Strangely enough, the weak-snick seahorse itself shows no difficulty breathing, no unusual spots, no cloudy fins, no "snout-rot" at all. In a way, it looks healthier than all the other fish. After a few days or weeks, EVERY SINGLE seahorse will be sick, and several will develop "trigger-lock" in rapid sequence -or at the same time. It all resembles a parasite infestation. The owner, in desperation, gives several more doses of "medication". Within days, many of the fish are dead, and the "weak-snick" seahorse is still alive, but starving, alone in the hospital tank.

    This is the typical, sad story of "weak-snick". The cause is not parasites, but DRUG INTOXICATION -from either acute or chronic exposure to dangerous, toxic fish "medications".

    Experts warn us novices to never add medications to the display tank, but when we keep losing our precious fish to mysterious illnesses an invisible parasites, we are all too tempted to use medications to "sterilize" the tanks, and eradicate any posible pathogens that may be making our fish ill.

    Chemicals like Formalin, Aciflavin, Malachite Green, Copper and Methylene Blue are described as "medications" in the aquarium hobby, but everyhere else they are considered POISONS. Believe me, I am a Physician, and I would never prescribe Formalin or Malachite to a patient. ( -nor would your Vet ever prescribe them to your dog!) These chemicals are actually BANNED in many countries, and are banned in the US on food products.

    A chemical intended to kill one animal within minutes (yes, protozoans ARE animals) cannot be expected to be safe for another animal despite continued exposure for hours, days, even weeks.

    With the exeption of copper, no other chemical used to kill parasites in a fish tank can be measured in the water. And there is no way to accurately predict the real degradation rate of any drug in the tank between doses. Even if we do partial water changes, a water change can only remove an equivalent fraction of the drug present in the system. Even the best activated carbon cannot remove 100% of any chemical in the water. As a result, the practice of adding "preventive" treatments to the tank water (and SEVERAL doses) every time we buy a new fish only garantees that the drug level in the tank will only keep getting higher and higher every time we use it. Eventually, these chemicals will do permanent organ damage to our fish.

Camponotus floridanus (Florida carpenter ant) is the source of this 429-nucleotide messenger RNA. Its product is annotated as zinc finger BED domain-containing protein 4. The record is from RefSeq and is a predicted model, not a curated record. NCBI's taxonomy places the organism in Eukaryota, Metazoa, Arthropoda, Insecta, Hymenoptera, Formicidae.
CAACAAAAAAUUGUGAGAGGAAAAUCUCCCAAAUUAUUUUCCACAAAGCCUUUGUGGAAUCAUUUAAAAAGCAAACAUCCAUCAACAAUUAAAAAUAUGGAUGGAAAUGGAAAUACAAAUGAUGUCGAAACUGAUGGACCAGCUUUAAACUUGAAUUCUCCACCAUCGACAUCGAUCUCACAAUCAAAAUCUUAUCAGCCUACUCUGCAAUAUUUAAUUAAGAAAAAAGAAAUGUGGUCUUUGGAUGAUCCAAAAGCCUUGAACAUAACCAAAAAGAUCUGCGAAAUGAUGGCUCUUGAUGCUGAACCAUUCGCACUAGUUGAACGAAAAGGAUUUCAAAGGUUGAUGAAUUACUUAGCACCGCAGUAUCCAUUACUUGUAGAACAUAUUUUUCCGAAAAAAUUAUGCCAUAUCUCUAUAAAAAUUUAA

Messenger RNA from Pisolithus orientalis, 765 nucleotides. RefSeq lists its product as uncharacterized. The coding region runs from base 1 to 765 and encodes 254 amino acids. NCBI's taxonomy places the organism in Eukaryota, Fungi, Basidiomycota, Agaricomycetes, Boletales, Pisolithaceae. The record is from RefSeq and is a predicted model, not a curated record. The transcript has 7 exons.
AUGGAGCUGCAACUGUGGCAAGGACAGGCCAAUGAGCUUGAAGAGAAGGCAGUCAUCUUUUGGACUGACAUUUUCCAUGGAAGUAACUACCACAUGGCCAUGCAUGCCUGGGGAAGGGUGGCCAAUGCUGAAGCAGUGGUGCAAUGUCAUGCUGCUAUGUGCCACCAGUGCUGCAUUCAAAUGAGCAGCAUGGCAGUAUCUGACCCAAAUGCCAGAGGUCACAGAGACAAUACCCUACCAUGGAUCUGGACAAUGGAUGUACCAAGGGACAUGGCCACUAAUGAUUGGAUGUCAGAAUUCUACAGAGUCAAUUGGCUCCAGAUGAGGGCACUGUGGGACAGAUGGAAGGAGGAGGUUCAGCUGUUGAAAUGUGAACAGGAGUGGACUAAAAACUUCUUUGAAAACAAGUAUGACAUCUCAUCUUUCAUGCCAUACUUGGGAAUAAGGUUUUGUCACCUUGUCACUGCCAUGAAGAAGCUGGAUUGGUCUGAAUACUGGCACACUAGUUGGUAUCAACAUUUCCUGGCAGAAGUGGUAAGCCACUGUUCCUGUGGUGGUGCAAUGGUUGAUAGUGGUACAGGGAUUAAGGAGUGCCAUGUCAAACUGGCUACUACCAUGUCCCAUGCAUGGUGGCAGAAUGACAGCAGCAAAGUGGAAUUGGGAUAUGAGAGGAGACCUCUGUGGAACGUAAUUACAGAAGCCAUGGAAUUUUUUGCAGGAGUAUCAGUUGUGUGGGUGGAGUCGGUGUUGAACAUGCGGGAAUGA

All of these "medications" are well known to cause significant liver and kidney toxicity. But of all, the worst offender has to be Malachite Green. Reasearch has shown that in addition to kidney, liver and muscle damage, Malachite forms permanent deposits in ALL fish tissues. It slows down nerve conduction velocity, and causes "neuromuscular incoordination". It is the combination of metabolic and hepatic "encephalopathy" plus neuromuscular incoordination that in seahorses results in "weak-snick" and "trigger-lock".

    The first signs of toxicity are subtle. When the seahorse is new, it is typically very active and alert. When offered food it "attacks" it immediately, taking no time to "snick" it. After the fish is exposed to water that has beed previously treated with anti-parasite drugs, the fish gradually becomes a bit more lethargic, more slow. It swims around less, and assumes a less vertical posture. The fish will also curl its tail less, and sometimes drags the tail on the bottom. When offered food, the fish might stare at a piece for several seconds ( -as if it could not decide to it or not !) The skin color may also get a little darker, and the stool may become more oily. All of these signs may resemble a parasite problem -causing the owner to misdiagnose and mistreat the condition. But the fish is actually intoxicated -not infected.

    The first obvious sign of "weak-snick" is when the audible "click" disappears when "sneaking" food. The affected seahorse may also seem to extend more of its body when "snicking". Then, in a single feding session, the fish will seem to "miss the target", or need to take two attempts to get the food in. Then suddenly the seahorse’s snout will seem to get "stuck" -and the fish will fail to get any more food in. The fish will try again and again, but the feeding mechanism will seem to be "stuck" permanently. If not treated correctly, the fish will starve to death.

    Here is what is really going on: